In this paper, we propose accurate magnetic indoor localization using Deep Learning (AMID), an indoor positioning system that recognizes magnetic sequence patterns using a deep neural network(DNN). In order to identify the patterns, AMID extracts new types of features, including recurrence plots(RPs) from the sequences. The features are informative enough for two-dimensional positioning. They can be regarded as a generalization of a path with slight variations, because they represent the shape of curves. Moreover, AMID can estimate locations in a two-dimensional space by taking an approach similar to that of LocateMe [12]. This method has become more practical by using a new way to locate magnetic landmarks automatically. In addition, a deep learning-based classifier is used to enhance the accuracy of magnetic landmark detection. Deep learning, which has proven powerful for image processing using the feature fusion of mel-frequency cepstral coefficients(MFCCs) and linear frequency cepstral coefficients(LFCCs) for voice recognition, greatly contributes to the classification of image features, e.g., RPs, without additional processing.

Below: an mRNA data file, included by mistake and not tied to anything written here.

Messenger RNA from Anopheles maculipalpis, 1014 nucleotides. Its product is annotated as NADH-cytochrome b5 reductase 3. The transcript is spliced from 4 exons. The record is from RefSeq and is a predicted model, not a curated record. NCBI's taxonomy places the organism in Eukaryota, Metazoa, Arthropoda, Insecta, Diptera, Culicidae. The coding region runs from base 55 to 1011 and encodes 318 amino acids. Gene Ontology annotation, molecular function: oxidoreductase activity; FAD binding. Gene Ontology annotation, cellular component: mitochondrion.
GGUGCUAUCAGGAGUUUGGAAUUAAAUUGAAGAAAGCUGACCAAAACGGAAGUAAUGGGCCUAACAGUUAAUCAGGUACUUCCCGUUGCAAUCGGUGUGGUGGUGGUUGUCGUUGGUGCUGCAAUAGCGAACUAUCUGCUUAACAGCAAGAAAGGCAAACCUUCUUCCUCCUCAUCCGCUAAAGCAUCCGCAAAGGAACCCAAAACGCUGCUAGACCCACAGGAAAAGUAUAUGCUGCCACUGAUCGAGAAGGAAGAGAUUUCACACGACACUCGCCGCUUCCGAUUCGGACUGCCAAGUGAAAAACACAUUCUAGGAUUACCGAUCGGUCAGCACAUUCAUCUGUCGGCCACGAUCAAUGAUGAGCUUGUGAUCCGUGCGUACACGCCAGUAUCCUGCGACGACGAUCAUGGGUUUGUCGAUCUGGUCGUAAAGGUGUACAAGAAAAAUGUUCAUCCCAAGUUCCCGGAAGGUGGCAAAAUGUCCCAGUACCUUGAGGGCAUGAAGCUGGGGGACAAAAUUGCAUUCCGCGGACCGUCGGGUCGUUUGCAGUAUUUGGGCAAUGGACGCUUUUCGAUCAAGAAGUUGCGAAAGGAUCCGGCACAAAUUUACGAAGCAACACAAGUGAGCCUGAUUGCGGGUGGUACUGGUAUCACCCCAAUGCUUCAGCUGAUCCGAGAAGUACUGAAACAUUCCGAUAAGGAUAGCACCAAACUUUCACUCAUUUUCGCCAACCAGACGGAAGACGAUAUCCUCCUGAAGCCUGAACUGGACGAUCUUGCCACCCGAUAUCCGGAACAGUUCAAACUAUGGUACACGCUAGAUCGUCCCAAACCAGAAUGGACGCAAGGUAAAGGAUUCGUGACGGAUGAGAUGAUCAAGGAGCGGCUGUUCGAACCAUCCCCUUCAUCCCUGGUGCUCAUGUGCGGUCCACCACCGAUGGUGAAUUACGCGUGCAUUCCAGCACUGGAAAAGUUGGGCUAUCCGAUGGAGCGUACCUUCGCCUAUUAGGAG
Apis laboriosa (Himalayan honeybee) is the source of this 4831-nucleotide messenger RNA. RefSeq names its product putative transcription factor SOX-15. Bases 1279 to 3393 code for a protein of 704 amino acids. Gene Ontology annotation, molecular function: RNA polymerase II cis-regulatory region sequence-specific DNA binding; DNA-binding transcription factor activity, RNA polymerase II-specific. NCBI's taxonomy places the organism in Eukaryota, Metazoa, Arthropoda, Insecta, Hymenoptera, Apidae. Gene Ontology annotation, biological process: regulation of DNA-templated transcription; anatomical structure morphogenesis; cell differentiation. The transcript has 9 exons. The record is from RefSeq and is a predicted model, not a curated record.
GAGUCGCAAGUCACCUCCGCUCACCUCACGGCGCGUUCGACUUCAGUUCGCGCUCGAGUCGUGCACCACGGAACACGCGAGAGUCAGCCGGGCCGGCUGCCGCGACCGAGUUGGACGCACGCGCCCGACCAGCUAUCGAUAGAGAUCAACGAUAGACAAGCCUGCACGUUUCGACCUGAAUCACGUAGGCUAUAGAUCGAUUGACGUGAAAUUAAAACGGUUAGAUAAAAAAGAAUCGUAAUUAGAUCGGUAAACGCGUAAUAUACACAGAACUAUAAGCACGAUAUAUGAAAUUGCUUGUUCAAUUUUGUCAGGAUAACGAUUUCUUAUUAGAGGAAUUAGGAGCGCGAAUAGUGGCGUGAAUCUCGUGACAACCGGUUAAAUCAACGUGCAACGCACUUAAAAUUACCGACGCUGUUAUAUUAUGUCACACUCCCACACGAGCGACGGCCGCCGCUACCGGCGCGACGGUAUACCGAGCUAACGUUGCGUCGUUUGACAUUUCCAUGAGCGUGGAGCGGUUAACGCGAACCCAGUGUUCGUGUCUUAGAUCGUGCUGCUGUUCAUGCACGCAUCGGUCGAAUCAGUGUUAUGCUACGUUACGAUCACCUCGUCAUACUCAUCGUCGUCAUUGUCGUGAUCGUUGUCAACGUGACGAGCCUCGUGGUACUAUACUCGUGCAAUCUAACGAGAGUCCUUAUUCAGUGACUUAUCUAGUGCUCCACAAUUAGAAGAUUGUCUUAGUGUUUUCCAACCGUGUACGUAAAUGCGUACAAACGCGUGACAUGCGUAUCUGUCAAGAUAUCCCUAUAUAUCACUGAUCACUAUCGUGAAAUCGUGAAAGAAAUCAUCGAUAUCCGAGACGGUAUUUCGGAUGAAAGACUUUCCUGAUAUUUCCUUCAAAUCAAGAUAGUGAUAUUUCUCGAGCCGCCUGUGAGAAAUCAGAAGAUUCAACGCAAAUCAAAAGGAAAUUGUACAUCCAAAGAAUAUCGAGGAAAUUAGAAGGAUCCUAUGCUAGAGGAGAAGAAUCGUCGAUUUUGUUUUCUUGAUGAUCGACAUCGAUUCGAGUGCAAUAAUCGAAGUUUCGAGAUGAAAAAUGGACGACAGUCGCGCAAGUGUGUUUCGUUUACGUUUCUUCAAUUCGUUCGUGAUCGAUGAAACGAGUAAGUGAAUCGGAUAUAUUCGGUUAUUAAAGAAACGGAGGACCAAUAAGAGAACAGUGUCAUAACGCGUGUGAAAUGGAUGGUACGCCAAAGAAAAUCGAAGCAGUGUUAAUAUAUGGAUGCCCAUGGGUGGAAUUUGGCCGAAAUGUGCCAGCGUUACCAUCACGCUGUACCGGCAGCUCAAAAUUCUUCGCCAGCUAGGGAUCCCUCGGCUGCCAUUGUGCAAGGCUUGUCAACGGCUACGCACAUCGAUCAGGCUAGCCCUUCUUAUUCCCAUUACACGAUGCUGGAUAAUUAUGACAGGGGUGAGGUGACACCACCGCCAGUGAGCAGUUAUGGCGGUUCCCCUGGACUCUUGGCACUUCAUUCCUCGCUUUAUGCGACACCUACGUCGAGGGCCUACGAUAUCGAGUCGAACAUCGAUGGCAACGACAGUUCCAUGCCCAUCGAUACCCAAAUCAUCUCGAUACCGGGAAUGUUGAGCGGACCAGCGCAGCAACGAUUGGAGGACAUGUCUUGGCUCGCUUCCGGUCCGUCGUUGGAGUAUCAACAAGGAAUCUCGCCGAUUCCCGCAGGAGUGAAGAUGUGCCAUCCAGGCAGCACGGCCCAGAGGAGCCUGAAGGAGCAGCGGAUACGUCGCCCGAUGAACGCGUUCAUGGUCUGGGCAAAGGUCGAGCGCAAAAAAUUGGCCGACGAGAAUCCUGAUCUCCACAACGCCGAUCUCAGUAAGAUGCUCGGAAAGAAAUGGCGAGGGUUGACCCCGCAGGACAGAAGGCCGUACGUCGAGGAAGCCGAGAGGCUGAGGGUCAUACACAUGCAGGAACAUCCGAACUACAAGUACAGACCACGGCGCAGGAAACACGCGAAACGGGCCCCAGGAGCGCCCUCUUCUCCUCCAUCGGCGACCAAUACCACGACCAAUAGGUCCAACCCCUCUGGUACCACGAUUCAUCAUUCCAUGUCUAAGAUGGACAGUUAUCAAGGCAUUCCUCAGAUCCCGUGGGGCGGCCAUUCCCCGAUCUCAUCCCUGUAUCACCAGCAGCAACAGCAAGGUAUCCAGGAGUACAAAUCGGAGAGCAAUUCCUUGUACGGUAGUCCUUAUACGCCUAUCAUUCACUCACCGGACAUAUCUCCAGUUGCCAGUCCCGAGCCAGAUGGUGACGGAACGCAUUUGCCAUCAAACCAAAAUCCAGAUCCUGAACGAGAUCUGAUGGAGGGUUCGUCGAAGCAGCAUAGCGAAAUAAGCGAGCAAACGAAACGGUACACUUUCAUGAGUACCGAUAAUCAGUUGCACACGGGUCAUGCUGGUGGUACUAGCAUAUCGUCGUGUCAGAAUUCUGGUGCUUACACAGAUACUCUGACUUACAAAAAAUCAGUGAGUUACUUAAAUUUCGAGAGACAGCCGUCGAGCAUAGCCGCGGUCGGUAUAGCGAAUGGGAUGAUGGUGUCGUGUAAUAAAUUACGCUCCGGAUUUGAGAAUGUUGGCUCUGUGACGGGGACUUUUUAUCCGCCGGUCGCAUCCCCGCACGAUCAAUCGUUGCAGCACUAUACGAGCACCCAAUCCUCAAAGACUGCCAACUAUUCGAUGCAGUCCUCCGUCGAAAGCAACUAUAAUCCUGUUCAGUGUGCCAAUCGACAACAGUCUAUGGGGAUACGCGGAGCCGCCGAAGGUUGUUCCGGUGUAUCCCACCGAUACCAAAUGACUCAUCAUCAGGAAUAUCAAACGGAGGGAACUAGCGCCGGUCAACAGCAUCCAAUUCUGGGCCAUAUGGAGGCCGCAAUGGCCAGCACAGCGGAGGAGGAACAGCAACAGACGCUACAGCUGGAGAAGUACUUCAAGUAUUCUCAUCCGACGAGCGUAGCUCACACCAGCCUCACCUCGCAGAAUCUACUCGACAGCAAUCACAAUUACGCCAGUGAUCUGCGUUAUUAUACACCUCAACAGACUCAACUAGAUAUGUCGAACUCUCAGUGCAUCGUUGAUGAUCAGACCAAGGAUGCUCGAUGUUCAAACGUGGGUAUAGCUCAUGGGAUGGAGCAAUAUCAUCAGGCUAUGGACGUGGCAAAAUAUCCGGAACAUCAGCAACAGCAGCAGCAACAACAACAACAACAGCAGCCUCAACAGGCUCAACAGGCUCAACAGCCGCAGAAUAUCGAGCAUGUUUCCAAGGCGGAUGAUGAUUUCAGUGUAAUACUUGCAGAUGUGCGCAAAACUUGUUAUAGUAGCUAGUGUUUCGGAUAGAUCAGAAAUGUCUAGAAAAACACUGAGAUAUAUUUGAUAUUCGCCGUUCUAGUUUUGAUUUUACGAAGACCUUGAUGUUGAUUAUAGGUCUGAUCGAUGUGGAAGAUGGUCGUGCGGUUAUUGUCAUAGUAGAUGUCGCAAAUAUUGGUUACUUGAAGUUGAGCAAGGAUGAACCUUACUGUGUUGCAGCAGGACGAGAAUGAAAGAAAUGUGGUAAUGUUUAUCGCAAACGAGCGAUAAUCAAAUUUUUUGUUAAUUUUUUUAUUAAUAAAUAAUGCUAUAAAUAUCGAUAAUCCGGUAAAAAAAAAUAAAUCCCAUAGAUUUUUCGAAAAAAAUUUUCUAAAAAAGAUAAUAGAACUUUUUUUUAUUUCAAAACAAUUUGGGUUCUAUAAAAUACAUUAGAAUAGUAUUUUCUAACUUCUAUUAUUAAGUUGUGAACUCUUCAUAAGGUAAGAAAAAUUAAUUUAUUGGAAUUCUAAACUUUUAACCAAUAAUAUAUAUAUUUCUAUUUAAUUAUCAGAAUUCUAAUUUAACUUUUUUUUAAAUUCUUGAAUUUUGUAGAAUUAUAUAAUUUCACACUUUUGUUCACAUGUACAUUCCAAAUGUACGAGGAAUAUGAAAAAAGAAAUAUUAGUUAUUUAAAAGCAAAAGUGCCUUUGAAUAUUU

The rest of this paper is organized as follows. Section 2 introduces related research on magnetic positioning methods. Section 3 presents preliminaries for a better understanding of the proposed method. Section 4 presents the system design of AMID. The following two sections describe the methodology in three phases. Section 7 presents an evaluation of the proposed system. Finally, Section 8 concludes this paper.

2. Preliminaries